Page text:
Rose Wine

Rosé wine is essentially red wine that has been made in the process of white wine. After harvest, the grapes are destemmed, pressed, and sometimes chilled. Once pressed, the juice will continue to be with the skins for a period, typically from a few hours up to a day. This will determine the color of your rosé, along with the thickness of the skin of that grape. Rosés can range from a very light salmon color, to bright pink, to a very light red.

The juice is then separated from the skins and placed in stainless steel tanks to complete fermentation and stabilization before bottling. It is recommended that rosés be drank within a year or two of bottling because they do not have the tannic structure to age well. Rosés are known for their high acidity and unique combination of flavors such as strawberry, melons, rhubarb, citrus, and flowers.

Rosés are made all over the world and can essentially be made from any red grape. Popular varietals include Pinot Noir, Merlot, Sangiovese, and Cabernet Sauvignon. It is recommended that you store and serve rosés at a cooler temperature, keeping them out of direct sunlight, and essentially treating them like you would a white wine.

Sparkling Wine

Sparkling wine is a complex wine that is technical to make. There are a few different ways to make it based on tradition and technology. The process to make sparkling wine can also be quite expensive. The wine goes through two separate fermentation. The first is to convert sugar into alcohol and the second is to create bubbles. There are three may methods to making sparkling wine: Traditional or Champenoise method (ie Champagne, Cava), Tank or Charmat method (ie Prosecco), and Carbonation (ie value wines).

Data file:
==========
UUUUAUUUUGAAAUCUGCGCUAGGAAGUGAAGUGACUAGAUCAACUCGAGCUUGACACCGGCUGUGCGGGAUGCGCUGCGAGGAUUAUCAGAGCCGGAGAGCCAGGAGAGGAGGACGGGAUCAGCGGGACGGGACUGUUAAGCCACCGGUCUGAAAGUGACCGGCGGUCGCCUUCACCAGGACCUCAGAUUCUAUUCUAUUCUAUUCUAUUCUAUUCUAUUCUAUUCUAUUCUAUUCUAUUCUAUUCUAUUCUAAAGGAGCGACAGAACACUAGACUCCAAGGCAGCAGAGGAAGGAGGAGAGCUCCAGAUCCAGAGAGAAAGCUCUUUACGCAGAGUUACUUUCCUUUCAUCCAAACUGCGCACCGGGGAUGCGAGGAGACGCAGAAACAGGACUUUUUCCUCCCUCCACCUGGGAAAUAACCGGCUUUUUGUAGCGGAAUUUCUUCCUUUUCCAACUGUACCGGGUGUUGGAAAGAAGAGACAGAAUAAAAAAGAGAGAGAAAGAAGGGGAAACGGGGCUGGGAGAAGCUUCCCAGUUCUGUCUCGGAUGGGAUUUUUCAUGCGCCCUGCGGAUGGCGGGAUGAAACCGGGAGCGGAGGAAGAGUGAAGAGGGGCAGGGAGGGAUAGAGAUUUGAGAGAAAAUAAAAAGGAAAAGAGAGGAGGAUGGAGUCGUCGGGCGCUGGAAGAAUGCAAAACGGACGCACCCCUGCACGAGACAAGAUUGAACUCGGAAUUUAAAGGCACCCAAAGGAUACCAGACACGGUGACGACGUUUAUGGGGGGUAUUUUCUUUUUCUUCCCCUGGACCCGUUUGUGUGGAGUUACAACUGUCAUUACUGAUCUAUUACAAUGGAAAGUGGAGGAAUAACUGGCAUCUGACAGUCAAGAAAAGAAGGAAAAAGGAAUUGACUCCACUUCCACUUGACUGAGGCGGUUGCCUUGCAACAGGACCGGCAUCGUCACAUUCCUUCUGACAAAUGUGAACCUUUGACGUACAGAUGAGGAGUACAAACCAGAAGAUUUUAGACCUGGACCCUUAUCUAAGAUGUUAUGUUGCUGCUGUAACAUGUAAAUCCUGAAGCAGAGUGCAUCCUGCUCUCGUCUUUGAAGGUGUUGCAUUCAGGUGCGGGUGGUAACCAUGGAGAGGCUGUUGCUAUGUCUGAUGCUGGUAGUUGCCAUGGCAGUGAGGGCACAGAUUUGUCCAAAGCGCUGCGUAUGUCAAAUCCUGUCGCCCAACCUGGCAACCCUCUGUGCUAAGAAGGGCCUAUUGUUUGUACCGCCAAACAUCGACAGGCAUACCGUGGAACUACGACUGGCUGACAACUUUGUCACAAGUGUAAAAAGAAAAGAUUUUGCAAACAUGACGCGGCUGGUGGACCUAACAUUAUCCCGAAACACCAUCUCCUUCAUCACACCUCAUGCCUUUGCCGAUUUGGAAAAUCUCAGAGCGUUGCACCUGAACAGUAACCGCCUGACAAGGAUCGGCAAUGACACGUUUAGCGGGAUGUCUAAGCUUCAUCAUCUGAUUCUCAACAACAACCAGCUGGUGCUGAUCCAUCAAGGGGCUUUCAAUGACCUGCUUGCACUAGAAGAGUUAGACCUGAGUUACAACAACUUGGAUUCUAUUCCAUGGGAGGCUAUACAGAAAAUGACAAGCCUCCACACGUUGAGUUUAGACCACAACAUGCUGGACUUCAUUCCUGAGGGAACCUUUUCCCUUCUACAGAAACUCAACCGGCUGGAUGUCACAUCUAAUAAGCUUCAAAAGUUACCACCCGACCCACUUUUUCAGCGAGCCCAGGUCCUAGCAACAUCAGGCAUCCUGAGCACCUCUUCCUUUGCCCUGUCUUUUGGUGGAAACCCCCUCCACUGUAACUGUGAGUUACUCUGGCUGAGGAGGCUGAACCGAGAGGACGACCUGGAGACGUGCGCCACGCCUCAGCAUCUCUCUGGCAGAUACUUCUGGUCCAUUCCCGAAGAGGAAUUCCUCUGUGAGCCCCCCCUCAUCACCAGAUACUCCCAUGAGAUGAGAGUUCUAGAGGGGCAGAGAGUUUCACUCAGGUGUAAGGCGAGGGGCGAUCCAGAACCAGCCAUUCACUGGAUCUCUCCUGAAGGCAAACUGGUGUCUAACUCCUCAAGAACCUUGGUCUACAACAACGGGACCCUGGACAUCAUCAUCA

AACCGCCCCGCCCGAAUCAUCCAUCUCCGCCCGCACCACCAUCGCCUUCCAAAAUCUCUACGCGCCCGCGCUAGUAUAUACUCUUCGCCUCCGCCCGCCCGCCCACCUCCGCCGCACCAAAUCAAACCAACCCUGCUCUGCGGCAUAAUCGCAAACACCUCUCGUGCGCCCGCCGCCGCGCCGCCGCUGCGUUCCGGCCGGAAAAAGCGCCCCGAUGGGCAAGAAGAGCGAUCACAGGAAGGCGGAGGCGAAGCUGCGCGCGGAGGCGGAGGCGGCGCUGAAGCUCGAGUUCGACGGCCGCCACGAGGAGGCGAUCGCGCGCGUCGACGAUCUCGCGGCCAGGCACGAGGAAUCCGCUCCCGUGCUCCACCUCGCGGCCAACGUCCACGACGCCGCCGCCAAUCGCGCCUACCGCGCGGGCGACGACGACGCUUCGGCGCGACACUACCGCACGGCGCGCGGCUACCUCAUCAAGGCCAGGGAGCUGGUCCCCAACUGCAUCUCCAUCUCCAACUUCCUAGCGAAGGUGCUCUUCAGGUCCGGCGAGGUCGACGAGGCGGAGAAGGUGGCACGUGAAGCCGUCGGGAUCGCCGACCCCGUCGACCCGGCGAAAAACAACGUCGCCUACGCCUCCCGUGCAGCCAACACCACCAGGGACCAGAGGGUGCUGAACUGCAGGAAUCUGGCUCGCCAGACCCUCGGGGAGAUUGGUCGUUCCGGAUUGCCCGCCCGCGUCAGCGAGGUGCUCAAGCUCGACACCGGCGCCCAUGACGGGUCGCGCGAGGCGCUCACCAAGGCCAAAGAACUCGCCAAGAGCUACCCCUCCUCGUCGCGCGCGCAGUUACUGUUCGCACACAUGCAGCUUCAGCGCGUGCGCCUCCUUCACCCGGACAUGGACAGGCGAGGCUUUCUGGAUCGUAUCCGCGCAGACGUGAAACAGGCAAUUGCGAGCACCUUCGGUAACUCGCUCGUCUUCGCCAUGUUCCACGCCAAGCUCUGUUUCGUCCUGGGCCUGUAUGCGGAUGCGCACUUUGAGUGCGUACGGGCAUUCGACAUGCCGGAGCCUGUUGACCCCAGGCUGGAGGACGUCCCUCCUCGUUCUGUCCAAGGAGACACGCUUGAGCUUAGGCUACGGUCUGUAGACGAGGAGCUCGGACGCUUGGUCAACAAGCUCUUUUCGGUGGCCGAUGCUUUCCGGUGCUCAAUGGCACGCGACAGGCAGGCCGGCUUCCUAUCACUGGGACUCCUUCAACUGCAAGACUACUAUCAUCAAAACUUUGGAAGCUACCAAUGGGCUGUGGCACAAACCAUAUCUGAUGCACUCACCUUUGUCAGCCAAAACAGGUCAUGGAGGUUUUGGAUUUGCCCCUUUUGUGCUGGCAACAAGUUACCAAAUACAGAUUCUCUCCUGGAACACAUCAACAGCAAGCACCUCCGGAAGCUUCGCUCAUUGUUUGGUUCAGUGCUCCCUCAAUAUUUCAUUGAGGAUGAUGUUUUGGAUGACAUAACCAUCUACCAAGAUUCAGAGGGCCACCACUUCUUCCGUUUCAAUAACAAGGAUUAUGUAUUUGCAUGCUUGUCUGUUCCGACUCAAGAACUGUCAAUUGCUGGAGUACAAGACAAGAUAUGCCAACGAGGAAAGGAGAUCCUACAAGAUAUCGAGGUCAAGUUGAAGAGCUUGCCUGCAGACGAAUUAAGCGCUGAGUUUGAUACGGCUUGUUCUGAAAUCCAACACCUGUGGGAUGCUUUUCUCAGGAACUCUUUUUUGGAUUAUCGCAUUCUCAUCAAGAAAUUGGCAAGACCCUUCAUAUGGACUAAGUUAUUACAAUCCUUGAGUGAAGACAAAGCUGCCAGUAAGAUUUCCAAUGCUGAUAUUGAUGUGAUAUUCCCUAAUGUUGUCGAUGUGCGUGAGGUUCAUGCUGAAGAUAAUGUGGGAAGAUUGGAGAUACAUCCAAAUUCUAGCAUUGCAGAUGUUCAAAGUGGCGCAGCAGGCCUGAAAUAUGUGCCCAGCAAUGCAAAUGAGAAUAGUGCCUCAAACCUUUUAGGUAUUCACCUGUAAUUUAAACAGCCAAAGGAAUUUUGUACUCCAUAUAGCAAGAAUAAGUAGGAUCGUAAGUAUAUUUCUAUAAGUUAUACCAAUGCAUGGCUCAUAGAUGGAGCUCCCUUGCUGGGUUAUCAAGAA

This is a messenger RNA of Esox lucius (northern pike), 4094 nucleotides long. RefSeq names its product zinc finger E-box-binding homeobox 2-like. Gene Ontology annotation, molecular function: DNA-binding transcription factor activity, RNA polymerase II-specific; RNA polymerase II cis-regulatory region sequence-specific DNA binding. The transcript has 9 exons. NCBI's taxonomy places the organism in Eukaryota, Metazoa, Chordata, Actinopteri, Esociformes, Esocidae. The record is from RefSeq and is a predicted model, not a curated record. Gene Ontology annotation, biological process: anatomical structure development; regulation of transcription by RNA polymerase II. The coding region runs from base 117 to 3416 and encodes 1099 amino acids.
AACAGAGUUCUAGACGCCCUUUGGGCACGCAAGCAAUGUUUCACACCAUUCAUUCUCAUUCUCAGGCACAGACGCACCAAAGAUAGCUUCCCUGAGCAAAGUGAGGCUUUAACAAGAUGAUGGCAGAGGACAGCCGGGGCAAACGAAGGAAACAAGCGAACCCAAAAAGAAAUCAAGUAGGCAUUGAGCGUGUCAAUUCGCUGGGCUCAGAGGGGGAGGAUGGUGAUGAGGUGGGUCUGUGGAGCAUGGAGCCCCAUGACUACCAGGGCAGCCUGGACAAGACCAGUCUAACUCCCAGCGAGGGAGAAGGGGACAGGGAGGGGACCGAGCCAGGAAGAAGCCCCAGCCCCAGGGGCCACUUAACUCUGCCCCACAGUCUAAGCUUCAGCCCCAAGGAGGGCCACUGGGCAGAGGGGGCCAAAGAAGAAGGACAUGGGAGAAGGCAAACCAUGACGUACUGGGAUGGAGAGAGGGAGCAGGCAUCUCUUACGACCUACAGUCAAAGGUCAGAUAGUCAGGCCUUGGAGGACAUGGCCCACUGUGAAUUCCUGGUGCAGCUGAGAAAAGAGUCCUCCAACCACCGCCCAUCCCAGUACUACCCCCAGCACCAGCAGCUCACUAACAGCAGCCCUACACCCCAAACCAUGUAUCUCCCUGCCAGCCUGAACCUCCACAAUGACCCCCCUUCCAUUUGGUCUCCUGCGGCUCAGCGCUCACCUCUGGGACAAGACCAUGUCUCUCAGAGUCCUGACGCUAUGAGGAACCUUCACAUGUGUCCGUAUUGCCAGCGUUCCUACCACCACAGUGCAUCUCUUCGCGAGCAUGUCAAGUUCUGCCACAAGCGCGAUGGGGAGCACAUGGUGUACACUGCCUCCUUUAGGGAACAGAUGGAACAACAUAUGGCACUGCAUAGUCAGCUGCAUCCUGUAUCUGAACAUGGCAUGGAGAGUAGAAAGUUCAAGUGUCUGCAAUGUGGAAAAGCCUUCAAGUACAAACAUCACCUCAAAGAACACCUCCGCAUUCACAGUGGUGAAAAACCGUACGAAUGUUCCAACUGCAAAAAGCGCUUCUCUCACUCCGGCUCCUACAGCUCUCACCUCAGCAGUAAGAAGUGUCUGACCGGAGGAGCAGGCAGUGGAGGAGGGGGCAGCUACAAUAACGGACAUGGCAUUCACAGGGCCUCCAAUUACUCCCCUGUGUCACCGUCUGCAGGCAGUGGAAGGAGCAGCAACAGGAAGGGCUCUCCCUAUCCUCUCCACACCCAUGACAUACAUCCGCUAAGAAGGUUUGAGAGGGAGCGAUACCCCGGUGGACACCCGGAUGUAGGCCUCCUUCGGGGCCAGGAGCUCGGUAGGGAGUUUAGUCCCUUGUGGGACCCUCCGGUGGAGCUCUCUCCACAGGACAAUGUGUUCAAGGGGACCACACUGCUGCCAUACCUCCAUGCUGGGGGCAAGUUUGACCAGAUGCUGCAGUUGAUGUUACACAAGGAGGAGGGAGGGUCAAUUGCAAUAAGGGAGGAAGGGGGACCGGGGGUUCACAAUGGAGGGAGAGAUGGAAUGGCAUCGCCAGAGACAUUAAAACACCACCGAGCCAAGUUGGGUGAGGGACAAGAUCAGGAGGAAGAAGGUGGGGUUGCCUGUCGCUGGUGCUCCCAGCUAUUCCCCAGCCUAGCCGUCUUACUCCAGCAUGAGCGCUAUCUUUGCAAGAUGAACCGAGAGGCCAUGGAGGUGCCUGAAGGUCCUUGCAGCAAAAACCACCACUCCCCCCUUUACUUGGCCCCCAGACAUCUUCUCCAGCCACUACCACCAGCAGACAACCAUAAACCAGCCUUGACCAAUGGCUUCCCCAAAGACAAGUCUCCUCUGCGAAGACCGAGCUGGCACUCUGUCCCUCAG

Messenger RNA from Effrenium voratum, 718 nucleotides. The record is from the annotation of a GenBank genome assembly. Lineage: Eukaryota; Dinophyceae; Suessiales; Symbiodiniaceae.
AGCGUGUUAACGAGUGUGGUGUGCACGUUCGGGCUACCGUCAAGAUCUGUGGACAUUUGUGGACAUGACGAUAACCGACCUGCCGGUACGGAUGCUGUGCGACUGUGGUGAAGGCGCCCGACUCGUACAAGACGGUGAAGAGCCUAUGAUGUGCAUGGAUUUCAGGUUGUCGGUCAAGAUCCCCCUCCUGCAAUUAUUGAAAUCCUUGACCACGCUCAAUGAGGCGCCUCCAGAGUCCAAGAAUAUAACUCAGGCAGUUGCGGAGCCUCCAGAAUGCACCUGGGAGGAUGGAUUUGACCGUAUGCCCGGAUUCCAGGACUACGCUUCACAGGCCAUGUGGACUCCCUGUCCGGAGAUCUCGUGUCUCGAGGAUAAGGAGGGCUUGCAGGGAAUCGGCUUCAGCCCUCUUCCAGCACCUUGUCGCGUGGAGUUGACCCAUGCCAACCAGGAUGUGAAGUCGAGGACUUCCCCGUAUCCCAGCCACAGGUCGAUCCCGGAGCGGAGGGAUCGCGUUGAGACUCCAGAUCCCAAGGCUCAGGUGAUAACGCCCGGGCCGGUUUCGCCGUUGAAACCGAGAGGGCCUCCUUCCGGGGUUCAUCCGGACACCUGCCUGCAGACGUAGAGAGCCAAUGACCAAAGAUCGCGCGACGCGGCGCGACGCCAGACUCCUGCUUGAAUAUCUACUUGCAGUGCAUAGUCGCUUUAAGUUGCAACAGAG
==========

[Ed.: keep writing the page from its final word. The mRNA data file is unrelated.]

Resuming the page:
Sparkling wines can be made with any grapes and is often made with multiple varietals of indigenous grapes to the region of production. Sparkling wines have a wide range of sweetness levels as well, from bone dry to very sweet.

Traditional Method: Expensive to make but producing high quality sparkling wines. Wine is picked and fermented into a dry wine before blending into a cuvée (the blend of wines used). More sugar and yeast are then added into this blend in order to start a secondary fermentation to create the bubbles. After the yeast and sugar is added, the mixture is then bottled in order to create the bubbles inside the bottle. Now the wines will age for up to three years. The dead yeast that accumulate in the bottle after fermentation give the wine a unique bready flavor. Now the bottles are placed upside down and ‘riddled’. Up until recently this was done by placing the bottles in dirt or sand upside down and riddled by hand, but it is now done by machine. This creates a cap of dead yeast and sediment that collect at the neck of the bottle where it is then frozen before being essentially popped off by the pressure. The final step is to add in a dosage, which is just a wine and sugar mixture to top of the bottle before labeling and selling.

Tank Method: Also known as Charmat method, this is how wines such as Prosecco and Lambrusco are made. With modern technology, winemakers have essentially taken the traditional method to a larger, faster scale. Instead of having the wines go through secondary fermentation individually in the bottles, the secondary fermentation is done all together in one stainless steel tank. The wines are also not aged like they are in the traditional method. You will see this method used often in New World regions. This method will produce bigger bubbles than the traditional method.